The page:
Now the GOP Is Coming for John Deere Workers

Thousands of Deere workers have been on strike for weeks, and now the GOP is blaming them for endangering the nation’s food supply.
Members of the United Auto Workers strike outside of a John Deere plant, Wednesday, Oct. 20, 2021, in Ankeny, Iowa. (AP Photo/Charlie Neibergall)​
Members of the United Auto Workers strike outside of a John Deere plant, Wednesday, Oct. 20, 2021, in Ankeny, Iowa. (AP Photo/Charlie Neibergall)

So much for the party of workers.

The GOP is coming for the 10,000 John Deere workers who’ve been on strike at John Deere since last month, blaming them for supply chain problems and attempting to pit workers against farmers, while slamming a Democratic Senate hopeful who’s backing the strike. 


Approximately 10,000 workers at John Deere facilities in five states went on strike in mid-October, the majority of them in Iowa. The strike began after the United Auto Workers-affiliated Deere employees—who already receive different levels of benefits and compensation depending on if they were hired before or after 1997—rejected a proposed contract because of concerns about wages, benefits, and pensions, after a period in which the company smashed its profit record and CEO John May’s pay climbed 160 percent from 2019 to 2020, to a total of $16 million. 

Earlier this month, workers rejected another proposed contract, which a Deere executive said at the time was “our final and best offer.”

Senate candidate Abby Finkenauer, a Democrat who was elected to Congress in 2018 and narrowly lost re-election last year, has joined Deere workers on the picket lines and posted on social media about her support of the workers. 


Finkenauer is seeking the Democratic nomination next year to challenge 88-year-old Iowa GOP Sen. Chuck Grassley. When asked about the strike after it began last month, Grassley told a reporter: “I don't have anything to say about it because I don't know the issues that are at stake. And I didn't even know they were on strike except you told me, but John Deere's workers don't go on strike very often.” (This is the first strike at John Deere since 1986.)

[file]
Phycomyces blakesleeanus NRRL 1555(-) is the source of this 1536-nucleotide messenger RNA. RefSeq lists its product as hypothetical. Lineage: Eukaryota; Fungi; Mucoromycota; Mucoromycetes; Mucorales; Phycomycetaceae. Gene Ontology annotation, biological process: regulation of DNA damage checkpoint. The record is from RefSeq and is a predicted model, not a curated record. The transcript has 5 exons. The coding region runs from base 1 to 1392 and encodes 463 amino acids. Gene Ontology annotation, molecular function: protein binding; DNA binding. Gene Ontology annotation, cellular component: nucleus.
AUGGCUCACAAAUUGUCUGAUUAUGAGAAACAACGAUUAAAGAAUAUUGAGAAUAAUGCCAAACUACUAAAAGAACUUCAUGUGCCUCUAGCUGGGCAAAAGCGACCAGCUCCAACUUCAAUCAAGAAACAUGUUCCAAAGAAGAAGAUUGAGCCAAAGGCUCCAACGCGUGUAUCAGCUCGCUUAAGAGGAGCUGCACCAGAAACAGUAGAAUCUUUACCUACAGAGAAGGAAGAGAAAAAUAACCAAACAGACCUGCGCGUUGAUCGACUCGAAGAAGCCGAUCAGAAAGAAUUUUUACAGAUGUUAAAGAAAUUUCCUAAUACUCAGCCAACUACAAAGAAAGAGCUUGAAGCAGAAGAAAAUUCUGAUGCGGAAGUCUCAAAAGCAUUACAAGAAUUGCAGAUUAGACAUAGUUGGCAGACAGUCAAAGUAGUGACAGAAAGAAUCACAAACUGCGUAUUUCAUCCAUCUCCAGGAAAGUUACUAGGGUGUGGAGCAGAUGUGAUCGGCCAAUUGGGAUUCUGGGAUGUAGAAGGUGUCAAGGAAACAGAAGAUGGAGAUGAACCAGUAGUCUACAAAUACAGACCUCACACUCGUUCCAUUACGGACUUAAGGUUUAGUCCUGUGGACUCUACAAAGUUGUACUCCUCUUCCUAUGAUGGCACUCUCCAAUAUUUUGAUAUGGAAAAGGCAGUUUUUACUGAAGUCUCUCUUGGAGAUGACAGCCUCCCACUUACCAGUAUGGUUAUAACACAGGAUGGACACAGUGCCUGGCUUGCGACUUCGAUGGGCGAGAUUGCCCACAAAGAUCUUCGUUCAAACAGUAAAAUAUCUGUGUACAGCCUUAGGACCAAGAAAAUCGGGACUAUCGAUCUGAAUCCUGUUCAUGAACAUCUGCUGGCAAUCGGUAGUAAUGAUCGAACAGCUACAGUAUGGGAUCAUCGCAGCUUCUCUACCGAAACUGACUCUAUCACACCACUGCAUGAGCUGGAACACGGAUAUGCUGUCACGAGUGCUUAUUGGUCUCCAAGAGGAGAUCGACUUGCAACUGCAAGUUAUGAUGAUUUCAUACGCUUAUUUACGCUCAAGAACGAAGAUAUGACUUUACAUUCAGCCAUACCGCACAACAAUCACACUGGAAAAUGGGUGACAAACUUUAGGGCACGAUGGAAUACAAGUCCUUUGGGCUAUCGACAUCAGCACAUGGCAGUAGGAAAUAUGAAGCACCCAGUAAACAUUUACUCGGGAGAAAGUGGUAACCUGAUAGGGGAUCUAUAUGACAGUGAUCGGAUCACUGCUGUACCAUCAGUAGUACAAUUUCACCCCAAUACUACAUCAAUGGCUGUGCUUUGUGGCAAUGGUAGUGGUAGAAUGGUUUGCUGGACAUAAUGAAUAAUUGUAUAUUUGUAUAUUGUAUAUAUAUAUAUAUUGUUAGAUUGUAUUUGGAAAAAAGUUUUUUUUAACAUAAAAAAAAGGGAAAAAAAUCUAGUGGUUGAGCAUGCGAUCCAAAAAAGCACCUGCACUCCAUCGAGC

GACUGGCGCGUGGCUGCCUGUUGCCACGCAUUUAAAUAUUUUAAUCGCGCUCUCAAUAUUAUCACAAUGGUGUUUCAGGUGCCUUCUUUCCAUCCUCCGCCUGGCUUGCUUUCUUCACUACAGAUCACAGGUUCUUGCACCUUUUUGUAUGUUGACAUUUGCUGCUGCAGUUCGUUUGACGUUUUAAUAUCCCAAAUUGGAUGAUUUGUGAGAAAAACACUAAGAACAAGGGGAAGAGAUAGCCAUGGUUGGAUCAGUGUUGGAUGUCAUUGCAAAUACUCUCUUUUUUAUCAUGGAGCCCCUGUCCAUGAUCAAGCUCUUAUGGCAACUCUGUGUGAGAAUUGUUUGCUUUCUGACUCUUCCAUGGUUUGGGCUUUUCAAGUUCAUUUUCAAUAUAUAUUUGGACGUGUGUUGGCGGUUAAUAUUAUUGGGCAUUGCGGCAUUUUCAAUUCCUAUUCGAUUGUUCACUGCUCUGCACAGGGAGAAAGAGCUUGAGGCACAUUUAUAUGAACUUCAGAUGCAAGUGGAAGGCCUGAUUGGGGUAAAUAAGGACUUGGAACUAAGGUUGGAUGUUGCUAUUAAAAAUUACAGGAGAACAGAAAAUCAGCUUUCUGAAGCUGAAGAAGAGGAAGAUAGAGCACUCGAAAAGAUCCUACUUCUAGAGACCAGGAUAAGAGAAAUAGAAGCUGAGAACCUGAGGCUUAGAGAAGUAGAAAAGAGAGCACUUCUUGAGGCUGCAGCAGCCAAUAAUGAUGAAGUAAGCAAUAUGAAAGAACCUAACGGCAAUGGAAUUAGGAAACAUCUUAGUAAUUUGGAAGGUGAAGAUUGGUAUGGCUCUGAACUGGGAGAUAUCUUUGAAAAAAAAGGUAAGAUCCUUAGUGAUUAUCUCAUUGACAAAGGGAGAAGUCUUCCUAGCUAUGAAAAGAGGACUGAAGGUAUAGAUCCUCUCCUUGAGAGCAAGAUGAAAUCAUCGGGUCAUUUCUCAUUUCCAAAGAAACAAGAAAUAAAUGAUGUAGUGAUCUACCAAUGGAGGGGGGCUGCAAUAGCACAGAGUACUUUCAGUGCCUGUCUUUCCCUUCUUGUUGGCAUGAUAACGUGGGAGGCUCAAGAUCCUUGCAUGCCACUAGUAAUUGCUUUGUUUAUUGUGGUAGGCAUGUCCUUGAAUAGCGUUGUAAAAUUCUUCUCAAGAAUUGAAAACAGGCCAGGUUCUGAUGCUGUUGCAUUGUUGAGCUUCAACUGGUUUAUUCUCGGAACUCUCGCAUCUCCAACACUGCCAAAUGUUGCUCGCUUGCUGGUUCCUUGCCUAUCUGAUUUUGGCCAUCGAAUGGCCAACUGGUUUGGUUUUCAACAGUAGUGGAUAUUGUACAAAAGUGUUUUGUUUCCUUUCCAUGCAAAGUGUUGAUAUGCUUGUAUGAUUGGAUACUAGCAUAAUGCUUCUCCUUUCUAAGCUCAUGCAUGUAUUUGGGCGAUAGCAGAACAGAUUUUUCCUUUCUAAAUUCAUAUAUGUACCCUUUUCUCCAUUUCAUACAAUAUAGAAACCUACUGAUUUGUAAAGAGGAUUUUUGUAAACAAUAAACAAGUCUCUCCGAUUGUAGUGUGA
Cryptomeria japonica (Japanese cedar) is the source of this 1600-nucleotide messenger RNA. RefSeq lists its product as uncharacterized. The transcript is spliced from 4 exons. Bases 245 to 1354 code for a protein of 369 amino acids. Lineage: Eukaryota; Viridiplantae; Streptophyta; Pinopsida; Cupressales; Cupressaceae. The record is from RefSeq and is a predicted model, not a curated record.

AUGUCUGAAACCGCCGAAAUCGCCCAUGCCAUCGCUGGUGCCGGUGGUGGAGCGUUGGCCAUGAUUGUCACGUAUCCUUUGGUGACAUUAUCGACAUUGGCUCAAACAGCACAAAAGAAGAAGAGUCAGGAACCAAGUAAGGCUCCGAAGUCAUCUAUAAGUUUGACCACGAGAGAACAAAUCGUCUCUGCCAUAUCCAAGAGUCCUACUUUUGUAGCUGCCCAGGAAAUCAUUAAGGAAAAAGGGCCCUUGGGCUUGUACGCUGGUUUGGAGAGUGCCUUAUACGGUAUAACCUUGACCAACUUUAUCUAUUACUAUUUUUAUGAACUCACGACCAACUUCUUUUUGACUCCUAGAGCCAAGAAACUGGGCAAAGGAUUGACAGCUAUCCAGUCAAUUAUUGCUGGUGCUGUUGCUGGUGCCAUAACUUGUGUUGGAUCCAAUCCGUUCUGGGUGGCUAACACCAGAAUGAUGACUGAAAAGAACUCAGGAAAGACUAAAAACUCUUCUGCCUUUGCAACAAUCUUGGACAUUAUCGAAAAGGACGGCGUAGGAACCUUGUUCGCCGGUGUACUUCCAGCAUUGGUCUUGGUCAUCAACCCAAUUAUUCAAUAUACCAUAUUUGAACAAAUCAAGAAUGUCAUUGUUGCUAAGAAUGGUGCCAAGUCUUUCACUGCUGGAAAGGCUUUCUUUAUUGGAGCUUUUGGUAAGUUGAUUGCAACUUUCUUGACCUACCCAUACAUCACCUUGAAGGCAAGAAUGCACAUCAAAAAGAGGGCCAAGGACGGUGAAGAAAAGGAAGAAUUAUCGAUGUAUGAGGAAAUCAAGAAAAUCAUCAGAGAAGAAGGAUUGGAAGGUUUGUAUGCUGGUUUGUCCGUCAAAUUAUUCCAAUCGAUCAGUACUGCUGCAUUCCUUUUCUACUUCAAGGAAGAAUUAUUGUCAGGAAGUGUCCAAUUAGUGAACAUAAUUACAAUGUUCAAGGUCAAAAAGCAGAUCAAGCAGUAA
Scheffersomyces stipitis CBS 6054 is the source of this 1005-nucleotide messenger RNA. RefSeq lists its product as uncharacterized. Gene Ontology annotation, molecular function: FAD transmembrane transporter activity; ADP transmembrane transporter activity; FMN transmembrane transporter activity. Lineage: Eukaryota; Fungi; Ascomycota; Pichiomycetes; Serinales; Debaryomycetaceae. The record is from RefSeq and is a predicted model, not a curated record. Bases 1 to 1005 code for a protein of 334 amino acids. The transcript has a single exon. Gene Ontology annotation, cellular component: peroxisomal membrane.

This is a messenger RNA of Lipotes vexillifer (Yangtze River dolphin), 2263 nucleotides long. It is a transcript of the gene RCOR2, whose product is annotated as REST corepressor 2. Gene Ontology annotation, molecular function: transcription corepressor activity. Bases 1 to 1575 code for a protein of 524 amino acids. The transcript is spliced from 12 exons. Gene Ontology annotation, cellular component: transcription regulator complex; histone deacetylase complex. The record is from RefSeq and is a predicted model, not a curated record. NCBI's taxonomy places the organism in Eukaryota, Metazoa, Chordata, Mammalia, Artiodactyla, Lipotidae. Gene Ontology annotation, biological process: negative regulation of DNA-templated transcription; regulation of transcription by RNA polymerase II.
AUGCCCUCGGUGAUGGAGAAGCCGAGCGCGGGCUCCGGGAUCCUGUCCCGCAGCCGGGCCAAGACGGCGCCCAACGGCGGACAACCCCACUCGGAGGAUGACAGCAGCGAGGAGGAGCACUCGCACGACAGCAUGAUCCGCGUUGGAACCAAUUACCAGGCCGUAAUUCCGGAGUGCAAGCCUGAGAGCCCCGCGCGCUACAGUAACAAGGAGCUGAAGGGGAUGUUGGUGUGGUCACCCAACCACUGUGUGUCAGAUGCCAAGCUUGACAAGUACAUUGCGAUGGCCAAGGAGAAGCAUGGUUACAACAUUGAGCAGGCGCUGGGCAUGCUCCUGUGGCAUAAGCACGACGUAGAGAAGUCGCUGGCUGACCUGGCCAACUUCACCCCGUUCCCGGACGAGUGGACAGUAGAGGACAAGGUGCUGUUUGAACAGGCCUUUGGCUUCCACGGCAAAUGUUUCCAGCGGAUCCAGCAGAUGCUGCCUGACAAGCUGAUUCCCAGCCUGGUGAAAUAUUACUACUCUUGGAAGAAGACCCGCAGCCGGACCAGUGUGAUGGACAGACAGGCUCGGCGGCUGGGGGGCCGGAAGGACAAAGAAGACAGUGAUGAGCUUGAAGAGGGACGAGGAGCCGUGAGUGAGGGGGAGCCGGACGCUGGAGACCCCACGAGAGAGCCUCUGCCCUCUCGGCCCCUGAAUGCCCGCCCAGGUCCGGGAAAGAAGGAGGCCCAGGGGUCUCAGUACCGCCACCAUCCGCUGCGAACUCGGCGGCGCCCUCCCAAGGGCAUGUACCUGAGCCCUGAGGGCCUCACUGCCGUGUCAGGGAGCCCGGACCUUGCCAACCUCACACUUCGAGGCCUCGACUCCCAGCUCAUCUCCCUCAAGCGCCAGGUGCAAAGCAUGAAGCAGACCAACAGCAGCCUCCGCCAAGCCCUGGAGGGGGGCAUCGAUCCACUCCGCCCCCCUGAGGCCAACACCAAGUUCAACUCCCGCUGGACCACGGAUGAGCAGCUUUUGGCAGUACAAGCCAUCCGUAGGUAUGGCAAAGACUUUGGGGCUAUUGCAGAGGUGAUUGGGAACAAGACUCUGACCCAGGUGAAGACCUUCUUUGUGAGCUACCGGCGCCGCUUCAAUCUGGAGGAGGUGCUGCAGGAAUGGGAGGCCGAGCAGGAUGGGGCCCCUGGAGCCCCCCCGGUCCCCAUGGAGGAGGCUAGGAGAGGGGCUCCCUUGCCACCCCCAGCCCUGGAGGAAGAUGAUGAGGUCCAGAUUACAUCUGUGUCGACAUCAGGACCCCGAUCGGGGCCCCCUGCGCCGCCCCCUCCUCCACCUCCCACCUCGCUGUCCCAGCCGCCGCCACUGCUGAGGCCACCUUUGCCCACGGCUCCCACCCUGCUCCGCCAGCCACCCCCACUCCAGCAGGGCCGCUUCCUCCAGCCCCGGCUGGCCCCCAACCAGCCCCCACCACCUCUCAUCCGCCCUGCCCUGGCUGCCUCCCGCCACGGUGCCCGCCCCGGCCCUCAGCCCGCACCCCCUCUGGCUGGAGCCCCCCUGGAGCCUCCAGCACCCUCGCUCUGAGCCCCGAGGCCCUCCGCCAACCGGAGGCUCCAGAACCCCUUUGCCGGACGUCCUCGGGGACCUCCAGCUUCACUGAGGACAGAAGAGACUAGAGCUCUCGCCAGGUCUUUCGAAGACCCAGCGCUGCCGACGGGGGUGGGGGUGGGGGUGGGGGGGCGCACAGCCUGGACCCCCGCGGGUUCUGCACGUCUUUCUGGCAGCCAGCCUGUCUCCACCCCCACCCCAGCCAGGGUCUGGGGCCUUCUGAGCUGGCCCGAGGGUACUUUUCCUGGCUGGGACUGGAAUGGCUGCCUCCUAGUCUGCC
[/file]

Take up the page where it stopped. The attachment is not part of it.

Finkenauer came under fire from the National Republican Senatorial Committee, the campaign arm of Senate Republicans helping Grassley defend his seat—and in the process, the NRSC went after John Deere workers as well. 

“Far from actually representing the voices of hardworking Iowa farmers, Finkenauer is instead siding with union strikers whose actions are jeopardizing entire crops and the livelihood of farmers all across Iowa,” the NRSC said in a Thursday statement. 

The NRSC went on to baselessly suggest that striking workers were endangering the nation’s food supply, and said that the strike is “inflicting trauma on one of America’s most important demographics, the family farmer.” 


In response, Finkenauer shot back that Grassley had used ​​his 47 years in the Senate to "gut collective bargaining rights, slash critical worker protections, and let companies ship jobs to China." Grassley, like all Senate Republicans, also opposes the PRO Act, a Democratic proposal which would represent the largest expansion of workers’ rights in decades. 

“Let me be clear,” Finkenauer said in a statement. “If they want to attack me for standing with hardworking Iowans who give their all for their families like the very one I grew up in, all I can say is, more please.”

Despite Deere’s insistence that it was done negotiating, the company and the union are returning to the bargaining table Thursday in the Quad Cities region of Iowa and Illinois, Bloomberg reported

On the subject of the fight between Finkenauer and the NRSC, meanwhile, the UAW declined to comment. 

“Our focus continues to be on our hardworking UAW John Deere members and their families who are on strike,” United Auto Workers’ spokesperson Brian Rothenberg said in an email to VICE News.

“We appreciate the overwhelming outpouring of community support for our UAW John Deere members and their families who are sacrificing on the picket line.”

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